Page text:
The hugely funny Forty Years On offers a light- hearted contrast to the sombre King Lear which Hampstead Players are putting on in November. Forty Years On also requires much less from the actors; no-one has to learn any lines and there are a mere seven rehearsals.
Costumes and props are minimal.
This comedy was Alan Bennett's first West End play and an immediate success - but it is not for the straight-laced. Set in a boys' public school in 1969, it mocks the Christianity on offer there and is full of erotic overtones. Boys are romantically drawn to other boys, masters to boys (the "wandering hands" episode in Act II is hilarious) and one of the masters even tries his luck with the coquettish Matron. As for the bawdy songs - well, they are one reason we are putting the show on in the Crypt Room rather than the church!
There are five main characters:
The Headmaster, a traditionalist who is retiring. (He needs to come across as 50+)
Bill Franklin, an abrasive modernist who will succeed him (20s to 40s.)
Charles Tempest, another master (20-40 but could be 50). He has a short temper and a roving eye.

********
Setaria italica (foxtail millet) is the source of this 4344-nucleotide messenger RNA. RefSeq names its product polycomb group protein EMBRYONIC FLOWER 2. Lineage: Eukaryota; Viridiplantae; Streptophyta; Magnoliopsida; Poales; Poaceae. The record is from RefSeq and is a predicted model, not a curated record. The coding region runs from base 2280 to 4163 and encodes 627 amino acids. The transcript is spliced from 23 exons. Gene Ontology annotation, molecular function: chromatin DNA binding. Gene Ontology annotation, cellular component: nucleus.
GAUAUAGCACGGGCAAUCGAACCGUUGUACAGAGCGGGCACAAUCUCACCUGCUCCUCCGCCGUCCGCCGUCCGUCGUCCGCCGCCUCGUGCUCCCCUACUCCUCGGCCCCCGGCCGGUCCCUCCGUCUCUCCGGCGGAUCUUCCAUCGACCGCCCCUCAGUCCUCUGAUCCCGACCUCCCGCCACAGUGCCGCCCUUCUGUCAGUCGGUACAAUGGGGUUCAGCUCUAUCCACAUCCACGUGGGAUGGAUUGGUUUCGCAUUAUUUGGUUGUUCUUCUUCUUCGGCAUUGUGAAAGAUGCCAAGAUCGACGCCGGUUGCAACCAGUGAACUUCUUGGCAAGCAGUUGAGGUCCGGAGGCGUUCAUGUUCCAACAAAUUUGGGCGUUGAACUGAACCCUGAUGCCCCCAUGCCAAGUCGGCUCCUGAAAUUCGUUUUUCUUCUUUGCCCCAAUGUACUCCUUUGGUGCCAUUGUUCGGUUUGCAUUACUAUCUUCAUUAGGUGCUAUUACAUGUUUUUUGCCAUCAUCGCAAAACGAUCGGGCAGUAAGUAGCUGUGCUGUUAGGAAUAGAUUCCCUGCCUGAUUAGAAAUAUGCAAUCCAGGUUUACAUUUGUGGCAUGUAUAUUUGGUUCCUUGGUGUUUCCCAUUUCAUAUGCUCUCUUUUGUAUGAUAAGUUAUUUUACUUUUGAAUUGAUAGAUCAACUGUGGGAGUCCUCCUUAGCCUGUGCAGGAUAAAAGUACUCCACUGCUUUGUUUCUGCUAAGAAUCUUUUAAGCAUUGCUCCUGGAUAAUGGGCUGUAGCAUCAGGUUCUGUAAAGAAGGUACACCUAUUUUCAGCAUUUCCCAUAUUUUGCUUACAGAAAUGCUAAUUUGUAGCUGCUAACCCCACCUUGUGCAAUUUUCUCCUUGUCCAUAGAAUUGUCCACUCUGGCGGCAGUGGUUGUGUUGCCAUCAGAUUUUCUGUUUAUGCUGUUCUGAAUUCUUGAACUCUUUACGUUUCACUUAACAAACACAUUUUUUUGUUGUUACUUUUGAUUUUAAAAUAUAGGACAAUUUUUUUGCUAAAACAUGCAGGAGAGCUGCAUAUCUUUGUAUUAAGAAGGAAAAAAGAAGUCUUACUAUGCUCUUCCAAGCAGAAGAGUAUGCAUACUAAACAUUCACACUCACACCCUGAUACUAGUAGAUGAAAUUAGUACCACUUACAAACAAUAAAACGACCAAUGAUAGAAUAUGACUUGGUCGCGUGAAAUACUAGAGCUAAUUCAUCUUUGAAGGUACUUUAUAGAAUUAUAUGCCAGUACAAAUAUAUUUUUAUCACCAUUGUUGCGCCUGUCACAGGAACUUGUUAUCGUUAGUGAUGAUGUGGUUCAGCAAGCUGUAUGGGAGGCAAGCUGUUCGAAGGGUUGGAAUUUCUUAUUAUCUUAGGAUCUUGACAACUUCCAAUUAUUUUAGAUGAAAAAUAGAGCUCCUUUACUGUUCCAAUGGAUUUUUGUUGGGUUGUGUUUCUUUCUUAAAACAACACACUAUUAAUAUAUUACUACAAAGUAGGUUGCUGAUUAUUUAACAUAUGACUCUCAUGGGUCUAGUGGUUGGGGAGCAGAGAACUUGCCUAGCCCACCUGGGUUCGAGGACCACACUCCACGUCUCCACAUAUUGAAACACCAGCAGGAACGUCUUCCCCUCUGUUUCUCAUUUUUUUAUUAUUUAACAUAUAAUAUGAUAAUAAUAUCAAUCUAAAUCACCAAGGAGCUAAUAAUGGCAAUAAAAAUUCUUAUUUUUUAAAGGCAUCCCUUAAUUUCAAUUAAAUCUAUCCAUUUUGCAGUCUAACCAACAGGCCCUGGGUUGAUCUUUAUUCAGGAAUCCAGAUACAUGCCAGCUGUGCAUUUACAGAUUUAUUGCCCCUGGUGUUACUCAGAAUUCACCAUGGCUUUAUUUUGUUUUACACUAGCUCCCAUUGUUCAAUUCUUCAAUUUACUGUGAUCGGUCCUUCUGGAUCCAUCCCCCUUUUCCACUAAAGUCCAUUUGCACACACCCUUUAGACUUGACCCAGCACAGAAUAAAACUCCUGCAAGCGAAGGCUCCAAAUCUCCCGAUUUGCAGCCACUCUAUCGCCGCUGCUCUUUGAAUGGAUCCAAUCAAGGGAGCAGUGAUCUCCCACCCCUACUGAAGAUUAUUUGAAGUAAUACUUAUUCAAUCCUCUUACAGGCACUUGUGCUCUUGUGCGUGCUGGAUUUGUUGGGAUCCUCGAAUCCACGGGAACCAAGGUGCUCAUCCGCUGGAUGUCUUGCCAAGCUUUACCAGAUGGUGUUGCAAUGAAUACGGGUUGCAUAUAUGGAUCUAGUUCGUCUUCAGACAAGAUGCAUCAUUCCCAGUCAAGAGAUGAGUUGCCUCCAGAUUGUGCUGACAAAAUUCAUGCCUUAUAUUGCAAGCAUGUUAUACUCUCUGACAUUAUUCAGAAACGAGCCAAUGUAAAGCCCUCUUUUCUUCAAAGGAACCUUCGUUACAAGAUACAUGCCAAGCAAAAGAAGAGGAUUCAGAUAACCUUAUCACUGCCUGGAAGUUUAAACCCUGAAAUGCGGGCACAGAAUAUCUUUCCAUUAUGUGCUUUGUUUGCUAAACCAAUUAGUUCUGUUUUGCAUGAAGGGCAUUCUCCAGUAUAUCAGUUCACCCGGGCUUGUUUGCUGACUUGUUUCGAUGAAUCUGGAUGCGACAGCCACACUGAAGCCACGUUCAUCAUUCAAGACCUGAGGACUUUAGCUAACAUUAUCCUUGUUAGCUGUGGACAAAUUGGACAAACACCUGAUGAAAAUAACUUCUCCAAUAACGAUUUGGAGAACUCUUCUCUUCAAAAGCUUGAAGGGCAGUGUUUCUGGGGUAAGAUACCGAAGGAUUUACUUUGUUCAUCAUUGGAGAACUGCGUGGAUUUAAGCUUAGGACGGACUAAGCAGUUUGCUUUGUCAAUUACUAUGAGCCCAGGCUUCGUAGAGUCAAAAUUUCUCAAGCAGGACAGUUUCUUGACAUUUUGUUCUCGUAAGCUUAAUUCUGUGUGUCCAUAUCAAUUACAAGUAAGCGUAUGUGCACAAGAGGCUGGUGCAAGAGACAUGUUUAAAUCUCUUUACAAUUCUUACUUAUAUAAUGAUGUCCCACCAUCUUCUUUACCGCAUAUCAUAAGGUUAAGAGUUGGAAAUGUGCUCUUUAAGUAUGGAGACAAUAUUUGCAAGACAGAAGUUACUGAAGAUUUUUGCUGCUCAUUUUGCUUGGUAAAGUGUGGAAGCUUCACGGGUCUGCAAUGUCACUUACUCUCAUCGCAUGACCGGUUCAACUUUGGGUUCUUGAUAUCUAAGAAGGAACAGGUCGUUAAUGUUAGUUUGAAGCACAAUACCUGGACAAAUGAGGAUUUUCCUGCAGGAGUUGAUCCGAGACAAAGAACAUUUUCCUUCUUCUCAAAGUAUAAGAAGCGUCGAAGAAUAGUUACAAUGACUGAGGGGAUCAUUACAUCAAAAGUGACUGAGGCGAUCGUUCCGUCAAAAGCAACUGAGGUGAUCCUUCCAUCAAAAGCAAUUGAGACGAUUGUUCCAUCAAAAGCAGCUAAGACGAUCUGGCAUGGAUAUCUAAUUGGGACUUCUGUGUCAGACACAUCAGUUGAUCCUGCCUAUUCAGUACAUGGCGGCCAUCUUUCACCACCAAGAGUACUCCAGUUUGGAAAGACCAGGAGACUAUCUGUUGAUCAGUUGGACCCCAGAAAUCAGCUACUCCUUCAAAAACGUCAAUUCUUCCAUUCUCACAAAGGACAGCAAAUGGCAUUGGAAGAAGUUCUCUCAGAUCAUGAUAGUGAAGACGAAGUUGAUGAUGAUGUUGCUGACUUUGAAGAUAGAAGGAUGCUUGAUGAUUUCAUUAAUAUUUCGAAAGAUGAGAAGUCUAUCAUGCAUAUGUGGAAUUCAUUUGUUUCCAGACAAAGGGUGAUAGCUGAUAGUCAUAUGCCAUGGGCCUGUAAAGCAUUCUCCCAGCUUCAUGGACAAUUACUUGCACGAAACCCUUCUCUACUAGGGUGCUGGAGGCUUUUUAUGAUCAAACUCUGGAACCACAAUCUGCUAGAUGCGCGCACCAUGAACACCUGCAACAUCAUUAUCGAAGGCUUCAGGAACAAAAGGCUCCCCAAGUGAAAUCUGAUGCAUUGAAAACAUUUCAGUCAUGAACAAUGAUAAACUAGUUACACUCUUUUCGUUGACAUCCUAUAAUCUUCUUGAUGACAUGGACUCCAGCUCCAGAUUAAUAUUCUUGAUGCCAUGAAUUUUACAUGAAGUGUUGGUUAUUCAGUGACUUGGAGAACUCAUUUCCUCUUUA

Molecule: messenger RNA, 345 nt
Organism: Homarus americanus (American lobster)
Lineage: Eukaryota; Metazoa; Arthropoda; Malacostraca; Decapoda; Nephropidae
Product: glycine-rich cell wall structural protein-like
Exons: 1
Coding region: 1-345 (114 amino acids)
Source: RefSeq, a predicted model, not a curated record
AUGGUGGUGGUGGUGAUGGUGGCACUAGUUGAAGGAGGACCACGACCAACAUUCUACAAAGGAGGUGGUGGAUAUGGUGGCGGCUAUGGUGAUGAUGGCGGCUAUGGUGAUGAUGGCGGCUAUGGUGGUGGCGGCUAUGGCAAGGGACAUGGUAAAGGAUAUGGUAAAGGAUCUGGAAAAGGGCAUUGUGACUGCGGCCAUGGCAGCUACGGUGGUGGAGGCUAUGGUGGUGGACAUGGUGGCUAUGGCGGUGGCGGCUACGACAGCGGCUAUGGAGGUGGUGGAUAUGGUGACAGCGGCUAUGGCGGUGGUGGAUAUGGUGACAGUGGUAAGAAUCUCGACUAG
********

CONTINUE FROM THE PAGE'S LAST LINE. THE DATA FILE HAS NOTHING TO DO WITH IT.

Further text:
Matron (20s-40s but could be 50). Theoretically in charge of the boys well-being but not averse to flirtation.
Miss Nisbitt (20-50) the Bursar's secretary. She is in a permanent state of terminal confusion.
And quite a few other minor roles.
During the play the main characters transform themselves into people from early twentieth-century history; some, like Prime Minister Neville Chamberlain, are real historical figures. Others are entertaining stereotypes of eg grand ladies, adventurers or writers.. In addition there is a radio announcer, a reader who conveys historical information and a chorus of unruly "boys" many of whom will be men or cross-dressed women. The total cast, even with some doubling up, will be at least 15. The play promises to be great fun to perform in and watch!